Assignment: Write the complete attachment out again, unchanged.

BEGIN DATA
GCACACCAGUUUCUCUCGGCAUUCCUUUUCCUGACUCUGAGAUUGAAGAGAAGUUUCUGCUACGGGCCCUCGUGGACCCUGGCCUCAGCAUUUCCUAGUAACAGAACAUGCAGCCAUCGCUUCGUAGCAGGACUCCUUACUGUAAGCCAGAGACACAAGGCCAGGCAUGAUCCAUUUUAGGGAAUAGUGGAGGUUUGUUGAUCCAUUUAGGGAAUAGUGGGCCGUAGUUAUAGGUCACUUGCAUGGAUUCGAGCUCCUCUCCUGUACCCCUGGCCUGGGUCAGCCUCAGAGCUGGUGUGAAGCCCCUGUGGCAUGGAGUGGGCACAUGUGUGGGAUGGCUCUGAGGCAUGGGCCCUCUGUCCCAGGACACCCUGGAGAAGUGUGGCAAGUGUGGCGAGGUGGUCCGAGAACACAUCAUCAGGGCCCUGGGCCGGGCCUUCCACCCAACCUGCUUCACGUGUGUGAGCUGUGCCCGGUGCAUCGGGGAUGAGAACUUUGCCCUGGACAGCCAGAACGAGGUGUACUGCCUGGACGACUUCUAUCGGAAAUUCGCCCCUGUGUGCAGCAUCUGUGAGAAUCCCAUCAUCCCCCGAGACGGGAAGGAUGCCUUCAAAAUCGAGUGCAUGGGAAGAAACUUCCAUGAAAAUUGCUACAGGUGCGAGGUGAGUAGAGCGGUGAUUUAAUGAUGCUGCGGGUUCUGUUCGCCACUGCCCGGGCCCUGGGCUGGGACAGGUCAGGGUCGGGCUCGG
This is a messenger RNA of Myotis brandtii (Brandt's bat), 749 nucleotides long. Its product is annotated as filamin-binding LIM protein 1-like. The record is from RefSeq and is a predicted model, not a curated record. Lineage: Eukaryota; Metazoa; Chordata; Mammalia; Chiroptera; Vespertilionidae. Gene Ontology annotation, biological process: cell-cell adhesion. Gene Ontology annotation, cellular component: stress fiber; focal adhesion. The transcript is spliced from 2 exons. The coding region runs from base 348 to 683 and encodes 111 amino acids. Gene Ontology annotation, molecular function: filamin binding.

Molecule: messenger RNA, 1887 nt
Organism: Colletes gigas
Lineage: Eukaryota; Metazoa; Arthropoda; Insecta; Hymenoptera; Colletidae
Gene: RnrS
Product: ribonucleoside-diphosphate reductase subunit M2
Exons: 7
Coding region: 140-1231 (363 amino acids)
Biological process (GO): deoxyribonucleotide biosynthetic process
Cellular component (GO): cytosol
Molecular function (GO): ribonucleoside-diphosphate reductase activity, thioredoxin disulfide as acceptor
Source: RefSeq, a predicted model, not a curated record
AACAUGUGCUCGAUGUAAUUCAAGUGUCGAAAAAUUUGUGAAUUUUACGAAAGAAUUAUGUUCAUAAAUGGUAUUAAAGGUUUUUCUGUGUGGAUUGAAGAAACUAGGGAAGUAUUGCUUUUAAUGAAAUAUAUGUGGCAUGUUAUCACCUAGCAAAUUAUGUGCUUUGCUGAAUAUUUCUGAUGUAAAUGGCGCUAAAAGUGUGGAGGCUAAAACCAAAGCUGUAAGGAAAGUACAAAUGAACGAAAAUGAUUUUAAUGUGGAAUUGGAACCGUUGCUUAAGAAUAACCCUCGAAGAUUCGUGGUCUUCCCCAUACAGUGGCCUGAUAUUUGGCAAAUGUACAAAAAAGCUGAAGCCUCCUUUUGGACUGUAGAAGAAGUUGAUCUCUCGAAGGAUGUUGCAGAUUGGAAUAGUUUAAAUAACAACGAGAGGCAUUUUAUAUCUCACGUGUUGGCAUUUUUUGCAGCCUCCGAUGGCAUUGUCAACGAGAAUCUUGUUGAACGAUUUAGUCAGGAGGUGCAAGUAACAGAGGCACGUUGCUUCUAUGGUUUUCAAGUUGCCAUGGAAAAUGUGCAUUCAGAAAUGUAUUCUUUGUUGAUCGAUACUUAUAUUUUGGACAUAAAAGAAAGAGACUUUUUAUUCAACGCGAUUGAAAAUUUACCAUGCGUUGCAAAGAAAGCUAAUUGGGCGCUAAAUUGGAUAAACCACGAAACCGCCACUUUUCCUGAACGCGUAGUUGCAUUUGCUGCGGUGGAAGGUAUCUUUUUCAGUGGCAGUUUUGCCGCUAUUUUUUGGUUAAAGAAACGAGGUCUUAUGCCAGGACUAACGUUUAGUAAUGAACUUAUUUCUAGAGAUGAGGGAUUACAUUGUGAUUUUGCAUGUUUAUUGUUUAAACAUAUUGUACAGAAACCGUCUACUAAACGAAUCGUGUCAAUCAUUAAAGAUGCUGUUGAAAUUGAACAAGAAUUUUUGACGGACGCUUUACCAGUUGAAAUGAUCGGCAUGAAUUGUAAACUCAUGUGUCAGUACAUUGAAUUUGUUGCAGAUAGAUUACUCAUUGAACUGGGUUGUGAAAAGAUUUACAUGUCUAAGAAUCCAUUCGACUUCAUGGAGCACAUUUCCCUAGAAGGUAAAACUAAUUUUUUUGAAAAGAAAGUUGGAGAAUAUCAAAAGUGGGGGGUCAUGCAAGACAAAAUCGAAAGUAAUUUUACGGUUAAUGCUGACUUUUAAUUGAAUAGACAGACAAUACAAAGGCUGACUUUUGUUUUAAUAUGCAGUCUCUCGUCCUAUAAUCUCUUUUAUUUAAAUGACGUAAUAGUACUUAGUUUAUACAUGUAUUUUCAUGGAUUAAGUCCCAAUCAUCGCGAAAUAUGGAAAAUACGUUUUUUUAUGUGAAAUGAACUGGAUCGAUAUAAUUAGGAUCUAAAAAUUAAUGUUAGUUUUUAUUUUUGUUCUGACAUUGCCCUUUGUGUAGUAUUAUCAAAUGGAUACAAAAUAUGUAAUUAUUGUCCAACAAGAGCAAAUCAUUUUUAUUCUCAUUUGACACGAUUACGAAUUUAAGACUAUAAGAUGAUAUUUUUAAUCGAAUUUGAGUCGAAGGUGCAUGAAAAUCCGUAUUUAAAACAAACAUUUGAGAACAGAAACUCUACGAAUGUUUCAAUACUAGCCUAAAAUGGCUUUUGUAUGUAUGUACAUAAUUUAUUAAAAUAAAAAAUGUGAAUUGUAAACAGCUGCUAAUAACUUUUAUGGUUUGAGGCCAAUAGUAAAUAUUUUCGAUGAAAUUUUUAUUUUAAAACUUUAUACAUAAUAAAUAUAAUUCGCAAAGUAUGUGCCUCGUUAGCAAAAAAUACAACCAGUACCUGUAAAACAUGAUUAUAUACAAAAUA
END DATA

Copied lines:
GCACACCAGUUUCUCUCGGCAUUCCUUUUCCUGACUCUGAGAUUGAAGAGAAGUUUCUGCUACGGGCCCUCGUGGACCCUGGCCUCAGCAUUUCCUAGUAACAGAACAUGCAGCCAUCGCUUCGUAGCAGGACUCCUUACUGUAAGCCAGAGACACAAGGCCAGGCAUGAUCCAUUUUAGGGAAUAGUGGAGGUUUGUUGAUCCAUUUAGGGAAUAGUGGGCCGUAGUUAUAGGUCACUUGCAUGGAUUCGAGCUCCUCUCCUGUACCCCUGGCCUGGGUCAGCCUCAGAGCUGGUGUGAAGCCCCUGUGGCAUGGAGUGGGCACAUGUGUGGGAUGGCUCUGAGGCAUGGGCCCUCUGUCCCAGGACACCCUGGAGAAGUGUGGCAAGUGUGGCGAGGUGGUCCGAGAACACAUCAUCAGGGCCCUGGGCCGGGCCUUCCACCCAACCUGCUUCACGUGUGUGAGCUGUGCCCGGUGCAUCGGGGAUGAGAACUUUGCCCUGGACAGCCAGAACGAGGUGUACUGCCUGGACGACUUCUAUCGGAAAUUCGCCCCUGUGUGCAGCAUCUGUGAGAAUCCCAUCAUCCCCCGAGACGGGAAGGAUGCCUUCAAAAUCGAGUGCAUGGGAAGAAACUUCCAUGAAAAUUGCUACAGGUGCGAGGUGAGUAGAGCGGUGAUUUAAUGAUGCUGCGGGUUCUGUUCGCCACUGCCCGGGCCCUGGGCUGGGACAGGUCAGGGUCGGGCUCGG
This is a messenger RNA of Myotis brandtii (Brandt's bat), 749 nucleotides long. Its product is annotated as filamin-binding LIM protein 1-like. The record is from RefSeq and is a predicted model, not a curated record. Lineage: Eukaryota; Metazoa; Chordata; Mammalia; Chiroptera; Vespertilionidae. Gene Ontology annotation, biological process: cell-cell adhesion. Gene Ontology annotation, cellular component: stress fiber; focal adhesion. The transcript is spliced from 2 exons. The coding region runs from base 348 to 683 and encodes 111 amino acids. Gene Ontology annotation, molecular function: filamin binding.

Molecule: messenger RNA, 1887 nt
Organism: Colletes gigas
Lineage: Eukaryota; Metazoa; Arthropoda; Insecta; Hymenoptera; Colletidae
Gene: RnrS
Product: ribonucleoside-diphosphate reductase subunit M2
Exons: 7
Coding region: 140-1231 (363 amino acids)
Biological process (GO): deoxyribonucleotide biosynthetic process
Cellular component (GO): cytosol
Molecular function (GO): ribonucleoside-diphosphate reductase activity, thioredoxin disulfide as acceptor
Source: RefSeq, a predicted model, not a curated record
AACAUGUGCUCGAUGUAAUUCAAGUGUCGAAAAAUUUGUGAAUUUUACGAAAGAAUUAUGUUCAUAAAUGGUAUUAAAGGUUUUUCUGUGUGGAUUGAAGAAACUAGGGAAGUAUUGCUUUUAAUGAAAUAUAUGUGGCAUGUUAUCACCUAGCAAAUUAUGUGCUUUGCUGAAUAUUUCUGAUGUAAAUGGCGCUAAAAGUGUGGAGGCUAAAACCAAAGCUGUAAGGAAAGUACAAAUGAACGAAAAUGAUUUUAAUGUGGAAUUGGAACCGUUGCUUAAGAAUAACCCUCGAAGAUUCGUGGUCUUCCCCAUACAGUGGCCUGAUAUUUGGCAAAUGUACAAAAAAGCUGAAGCCUCCUUUUGGACUGUAGAAGAAGUUGAUCUCUCGAAGGAUGUUGCAGAUUGGAAUAGUUUAAAUAACAACGAGAGGCAUUUUAUAUCUCACGUGUUGGCAUUUUUUGCAGCCUCCGAUGGCAUUGUCAACGAGAAUCUUGUUGAACGAUUUAGUCAGGAGGUGCAAGUAACAGAGGCACGUUGCUUCUAUGGUUUUCAAGUUGCCAUGGAAAAUGUGCAUUCAGAAAUGUAUUCUUUGUUGAUCGAUACUUAUAUUUUGGACAUAAAAGAAAGAGACUUUUUAUUCAACGCGAUUGAAAAUUUACCAUGCGUUGCAAAGAAAGCUAAUUGGGCGCUAAAUUGGAUAAACCACGAAACCGCCACUUUUCCUGAACGCGUAGUUGCAUUUGCUGCGGUGGAAGGUAUCUUUUUCAGUGGCAGUUUUGCCGCUAUUUUUUGGUUAAAGAAACGAGGUCUUAUGCCAGGACUAACGUUUAGUAAUGAACUUAUUUCUAGAGAUGAGGGAUUACAUUGUGAUUUUGCAUGUUUAUUGUUUAAACAUAUUGUACAGAAACCGUCUACUAAACGAAUCGUGUCAAUCAUUAAAGAUGCUGUUGAAAUUGAACAAGAAUUUUUGACGGACGCUUUACCAGUUGAAAUGAUCGGCAUGAAUUGUAAACUCAUGUGUCAGUACAUUGAAUUUGUUGCAGAUAGAUUACUCAUUGAACUGGGUUGUGAAAAGAUUUACAUGUCUAAGAAUCCAUUCGACUUCAUGGAGCACAUUUCCCUAGAAGGUAAAACUAAUUUUUUUGAAAAGAAAGUUGGAGAAUAUCAAAAGUGGGGGGUCAUGCAAGACAAAAUCGAAAGUAAUUUUACGGUUAAUGCUGACUUUUAAUUGAAUAGACAGACAAUACAAAGGCUGACUUUUGUUUUAAUAUGCAGUCUCUCGUCCUAUAAUCUCUUUUAUUUAAAUGACGUAAUAGUACUUAGUUUAUACAUGUAUUUUCAUGGAUUAAGUCCCAAUCAUCGCGAAAUAUGGAAAAUACGUUUUUUUAUGUGAAAUGAACUGGAUCGAUAUAAUUAGGAUCUAAAAAUUAAUGUUAGUUUUUAUUUUUGUUCUGACAUUGCCCUUUGUGUAGUAUUAUCAAAUGGAUACAAAAUAUGUAAUUAUUGUCCAACAAGAGCAAAUCAUUUUUAUUCUCAUUUGACACGAUUACGAAUUUAAGACUAUAAGAUGAUAUUUUUAAUCGAAUUUGAGUCGAAGGUGCAUGAAAAUCCGUAUUUAAAACAAACAUUUGAGAACAGAAACUCUACGAAUGUUUCAAUACUAGCCUAAAAUGGCUUUUGUAUGUAUGUACAUAAUUUAUUAAAAUAAAAAAUGUGAAUUGUAAACAGCUGCUAAUAACUUUUAUGGUUUGAGGCCAAUAGUAAAUAUUUUCGAUGAAAUUUUUAUUUUAAAACUUUAUACAUAAUAAAUAUAAUUCGCAAAGUAUGUGCCUCGUUAGCAAAAAAUACAACCAGUACCUGUAAAACAUGAUUAUAUACAAAAUA